(September 29, 2019) After the Civil War a veto-proof Republican Congress used two methods to impose puppet regimes in the former Confederate states without interference from President Andrew Johnson. First was to require universal black male suffrage. Second was to deny voting rights to the Southern white classes most likely to oppose Republican rule. Estimates on the number of whites disfranchised vary widely. Eric Foner of Columbia University put’s it at merely 8,000 – 10,000 but his estimate is far too low for two reasons. First, his research characteristically focuses on blacks to the near exclusion of whites. Second, his estimate is based only upon one method of white disfranchisement involving disqualifications stipulated in the Fourteenth Amendment. He disregards the actions of Republican-controlled Southern legislatures and bias among the registrars compiling Southern voter registration rolls under the 1867 Reconstruction Acts.
From December 1863 to April 1865, Reconstruction proceeded under President Lincoln’s guidance. After he died, President Johnson attempted to follow in Lincoln’s footsteps. But in March 1867 congressional Radical Republicans took charge. The plans of both Lincoln and Johnson permitted the typical ex-Confederate soldier to vote, although those who had participated in the Confederate government were excluded. Neither Lincoln or Johnson required that the former Confederate states adopt black suffrage, although both suggested to Southern leaders that their states should permit black Union veterans and property owners to vote. None did at the time.
After March 1867 Congress required that all former Confederate states except Tennessee form conventions to write new constitutions. (Tennessee was excepted because it was already controlled by a Republican vassal government.) Each state had to form new voter registration lists. Military occupation commanders usually selected registrars from among the minority of Southerners who opposed the region’s former political leaders. Consequently, registrars eagerly registered blacks but might arbitrarily disqualify whites even when the whites claimed to have met the conditions of the Fourteenth Amendment. There was no appeal to a registrar’s decision.
The power of biased registrars to disfranchise former Confederates far beyond the modest estimates of Eric Foner and his followers is ignored by modern historians. Nonetheless, prior to the politically correct interpretations that have dominated Reconstruction-era history during the last 30 – 40 years, researchers had long known of it as evidenced by William Russ’s “Registration and Disfranchisement Under Radical Reconstruction”:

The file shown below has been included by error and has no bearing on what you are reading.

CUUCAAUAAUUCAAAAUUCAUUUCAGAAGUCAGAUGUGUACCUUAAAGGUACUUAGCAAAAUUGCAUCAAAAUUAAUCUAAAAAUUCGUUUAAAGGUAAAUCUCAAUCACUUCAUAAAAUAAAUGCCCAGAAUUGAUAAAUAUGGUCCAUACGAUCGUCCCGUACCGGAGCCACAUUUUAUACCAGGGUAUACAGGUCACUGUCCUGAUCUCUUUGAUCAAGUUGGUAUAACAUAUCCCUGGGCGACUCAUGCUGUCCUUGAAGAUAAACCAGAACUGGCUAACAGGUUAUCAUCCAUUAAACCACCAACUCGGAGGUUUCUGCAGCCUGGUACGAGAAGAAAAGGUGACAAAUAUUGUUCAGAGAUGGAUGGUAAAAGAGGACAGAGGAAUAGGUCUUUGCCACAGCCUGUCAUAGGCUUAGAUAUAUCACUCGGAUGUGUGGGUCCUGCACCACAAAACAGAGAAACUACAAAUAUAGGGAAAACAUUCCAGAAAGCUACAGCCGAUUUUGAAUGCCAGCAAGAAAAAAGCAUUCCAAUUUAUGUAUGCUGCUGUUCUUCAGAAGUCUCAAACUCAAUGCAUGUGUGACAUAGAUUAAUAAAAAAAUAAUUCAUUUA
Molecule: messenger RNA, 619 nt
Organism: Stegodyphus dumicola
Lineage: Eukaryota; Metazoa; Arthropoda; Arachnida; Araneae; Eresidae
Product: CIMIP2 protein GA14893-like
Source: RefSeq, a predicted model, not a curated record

As the New York Evening Post said on April 4, 1867: “The work of registering is of greatest importance. It is the foundation on which is to rest the whole work of reconstruction.” Since this was true, the first task, and a difficult one, was to secure loyal Unionist registrars who could be depended upon to interpret the laws as the radicals wished.
The registration results summarized below show that blacks composed half, or more, of the voters in six of the ten states. (They had already approached a majority in Tennessee in 1866 when the state adopted black suffrage.) By comparison, the previous 1860 official census revealed that blacks composed a majority of the population in only two states. There were, however, two reasons that ex-Confederates lost control in the six states noted above. In addition to disfranchisement during voter registration, some whites that could have qualified as voters boycotted the process out of protest. Although nobody can know the proportional impact of the boycott or disfranchisements, white exclusions and black suffrage allowed Republican coalitions win elections in every Southern state except Virginia.
After their Republican-dominated legislatures went into session, some states with a minority of black voters further denied voting rights to ex-Confederates through legislative action. Typically they required a voter applicant to affirm by oath that he had never supported the Confederacy. In Arkansas, for example, votes cast in the 1868 presidential election totaled 41,000 but increased to 97,000 in the 1876 elections after ex-Confederates were once again voting. Thus, Arkansas’ white disfranchisement totaled about 56,000. The figures were larger in Tennessee where legislative disfranchisement happened earlier. Tennessee votes cast in 1857 before the Civil War were 131,000 as compared to only 24,000 in 1865, which was a year before the state allowed blacks—but not ex-Rebels—to vote. Thus, white disfranchisement in the Volunteer State totaled about 106,000.
By 1877 all but a handful of former Confederates had regained voting rights. Gradually, the national Republican Party concluded that the corrupt Carpetbag regimes were delaying the region’s economic recovery thereby partially impeding a rebound from America’s 1873 – 1878 depression. Republicans also realized they no longer needed Southern votes to control the federal government due to Party’s popularity within the rapidly growing Northern states that benefitted from its mercantile economic polices and among the frontier states being admitted to the Union. All of the first ten new states to join the Union after the Civil War, for example, initially had two Republican senators until Oklahoma’s admission in 1907.
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To learn about Republican mismanagement of Reconstruction consider reading:
U. S. Grant’s Failed Presidency by Philip Leigh